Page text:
FINRA's recent Investor Alert struck a dark chord. It must be strange to have to make an announcement that you're own name and identity is being used against you. But that's exactly what's happening to FINRA, and the unfortunate investors who have been targeted by fraudsters trading on the FINRA name
According to FINRA's alert, non-US investors have increasingly been approached by con artists who have started creating fake "regulator" websites in order to convince investors to part with their hard-earned money. Some exceptionally brazen scammers have actually called investors and used FINRA's name and impersonated FINRA employees in an effort to make themselves look legit.
The Advance-Fee Scam
Although FINRA's name has gotten dragged through the mud in a variety of different schemes, the advance-free scam has become the most prevalent in recent months. Typically, the scam starts with a phone call or piece of correspondence inviting you to buy shares of stock you already own at a high price. In order to capitalize on the opportunity, you must pay the agent fees in advance of services rendered. To establish legitimacy, the scammer will often direct you to a website which resembles a regulatory authority. There, you will find information intended to protect investors from - you guessed it - scam artists! If you are foolish enough to pay the advance-fee to one of these phony agents, you will never see your money again.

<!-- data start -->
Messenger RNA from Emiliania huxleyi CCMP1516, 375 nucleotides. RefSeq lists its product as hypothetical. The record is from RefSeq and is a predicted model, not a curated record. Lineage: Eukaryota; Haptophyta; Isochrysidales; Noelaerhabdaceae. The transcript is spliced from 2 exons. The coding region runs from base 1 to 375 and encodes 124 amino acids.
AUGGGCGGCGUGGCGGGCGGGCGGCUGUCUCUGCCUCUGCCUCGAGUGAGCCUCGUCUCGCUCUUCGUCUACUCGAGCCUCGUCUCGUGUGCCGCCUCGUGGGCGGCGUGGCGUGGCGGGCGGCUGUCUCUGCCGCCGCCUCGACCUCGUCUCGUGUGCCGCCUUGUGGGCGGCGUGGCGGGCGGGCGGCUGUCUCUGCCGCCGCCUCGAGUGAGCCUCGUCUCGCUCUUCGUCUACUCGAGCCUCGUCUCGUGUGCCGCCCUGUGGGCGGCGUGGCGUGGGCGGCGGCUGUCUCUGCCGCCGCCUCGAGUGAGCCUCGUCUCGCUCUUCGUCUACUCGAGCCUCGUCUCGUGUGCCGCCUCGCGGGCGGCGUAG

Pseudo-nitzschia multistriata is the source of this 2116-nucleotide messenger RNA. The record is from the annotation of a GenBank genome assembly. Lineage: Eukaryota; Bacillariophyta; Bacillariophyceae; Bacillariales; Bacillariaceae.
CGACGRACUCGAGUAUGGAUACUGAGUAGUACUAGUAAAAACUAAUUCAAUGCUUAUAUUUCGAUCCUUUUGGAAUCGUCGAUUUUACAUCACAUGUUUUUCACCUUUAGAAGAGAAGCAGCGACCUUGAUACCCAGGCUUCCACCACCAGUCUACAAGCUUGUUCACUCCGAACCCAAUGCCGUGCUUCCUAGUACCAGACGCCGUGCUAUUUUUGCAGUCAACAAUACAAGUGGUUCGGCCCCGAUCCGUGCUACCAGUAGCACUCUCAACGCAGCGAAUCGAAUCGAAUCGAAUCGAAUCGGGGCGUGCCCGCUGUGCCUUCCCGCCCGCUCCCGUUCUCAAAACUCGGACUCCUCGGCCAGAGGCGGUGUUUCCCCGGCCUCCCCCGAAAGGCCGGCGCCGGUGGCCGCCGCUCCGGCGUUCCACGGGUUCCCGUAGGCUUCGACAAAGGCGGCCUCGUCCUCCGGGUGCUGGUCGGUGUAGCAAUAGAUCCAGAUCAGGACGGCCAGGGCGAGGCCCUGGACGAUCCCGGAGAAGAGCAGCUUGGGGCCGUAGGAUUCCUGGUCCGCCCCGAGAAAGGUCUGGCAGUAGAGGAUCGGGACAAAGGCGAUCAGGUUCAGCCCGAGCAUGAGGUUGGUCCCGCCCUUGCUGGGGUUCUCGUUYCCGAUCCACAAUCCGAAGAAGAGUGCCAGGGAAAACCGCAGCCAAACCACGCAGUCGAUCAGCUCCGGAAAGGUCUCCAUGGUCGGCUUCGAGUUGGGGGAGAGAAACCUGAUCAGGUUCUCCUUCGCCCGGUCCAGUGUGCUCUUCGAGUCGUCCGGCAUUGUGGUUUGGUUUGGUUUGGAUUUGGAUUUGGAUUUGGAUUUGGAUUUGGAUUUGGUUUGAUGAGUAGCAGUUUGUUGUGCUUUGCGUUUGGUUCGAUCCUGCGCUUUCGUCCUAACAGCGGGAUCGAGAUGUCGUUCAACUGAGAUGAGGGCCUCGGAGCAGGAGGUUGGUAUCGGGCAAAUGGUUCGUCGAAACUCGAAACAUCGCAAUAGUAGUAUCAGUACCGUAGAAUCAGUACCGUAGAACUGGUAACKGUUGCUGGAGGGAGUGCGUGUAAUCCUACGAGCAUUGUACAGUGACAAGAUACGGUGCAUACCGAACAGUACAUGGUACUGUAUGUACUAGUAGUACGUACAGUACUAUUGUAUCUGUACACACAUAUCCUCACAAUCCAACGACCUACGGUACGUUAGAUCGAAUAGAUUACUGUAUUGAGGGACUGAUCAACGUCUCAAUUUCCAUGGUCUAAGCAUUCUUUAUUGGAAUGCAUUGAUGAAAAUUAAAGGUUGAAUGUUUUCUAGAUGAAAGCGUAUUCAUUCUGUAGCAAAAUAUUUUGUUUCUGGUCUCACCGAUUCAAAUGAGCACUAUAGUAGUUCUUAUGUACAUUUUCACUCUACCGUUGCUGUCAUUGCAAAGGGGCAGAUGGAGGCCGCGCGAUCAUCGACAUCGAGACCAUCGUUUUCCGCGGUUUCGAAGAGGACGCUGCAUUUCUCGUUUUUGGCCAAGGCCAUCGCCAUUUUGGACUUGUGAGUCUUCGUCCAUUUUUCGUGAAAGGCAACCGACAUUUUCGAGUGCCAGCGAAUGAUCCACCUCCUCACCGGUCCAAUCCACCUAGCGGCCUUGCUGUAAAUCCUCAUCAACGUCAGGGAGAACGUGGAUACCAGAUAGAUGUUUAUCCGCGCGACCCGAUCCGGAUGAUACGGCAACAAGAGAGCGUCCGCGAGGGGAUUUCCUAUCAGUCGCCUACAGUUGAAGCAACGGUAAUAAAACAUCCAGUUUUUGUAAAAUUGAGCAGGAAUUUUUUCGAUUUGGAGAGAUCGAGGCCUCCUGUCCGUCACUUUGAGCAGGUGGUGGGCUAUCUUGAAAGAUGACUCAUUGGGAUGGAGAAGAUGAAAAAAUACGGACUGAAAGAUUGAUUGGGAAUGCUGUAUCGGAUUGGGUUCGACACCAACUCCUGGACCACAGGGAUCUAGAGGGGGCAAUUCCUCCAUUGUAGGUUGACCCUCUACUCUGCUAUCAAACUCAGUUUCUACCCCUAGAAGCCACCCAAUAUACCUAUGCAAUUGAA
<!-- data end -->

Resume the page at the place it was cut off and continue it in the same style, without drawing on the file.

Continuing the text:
US Investors Not Immune to Regulator Frauds
While the advance fee scam most often targets non-US investors, using US regulatory agencies for cover, US based investors have also received calls and communications from con artists impersonating regulators. While the specifics may differ, the intent is always the same. To create an urgent opportunity and then to try to establish trust and legitimacy by reference to a regulatory body.
What to Do If You Think You've Been Contacted by a Scammer
FINRA and the SEC have extensive resources for reporting and detecting potential scams. You can call them or visit their websites - their real ones! - and make inquiries. If you are given a name by the representative who has contacted you, you may also use FINRA's database, BrokerCheck, to determine whether the person is a registered member of FINRA and permitted to trade securities to the public.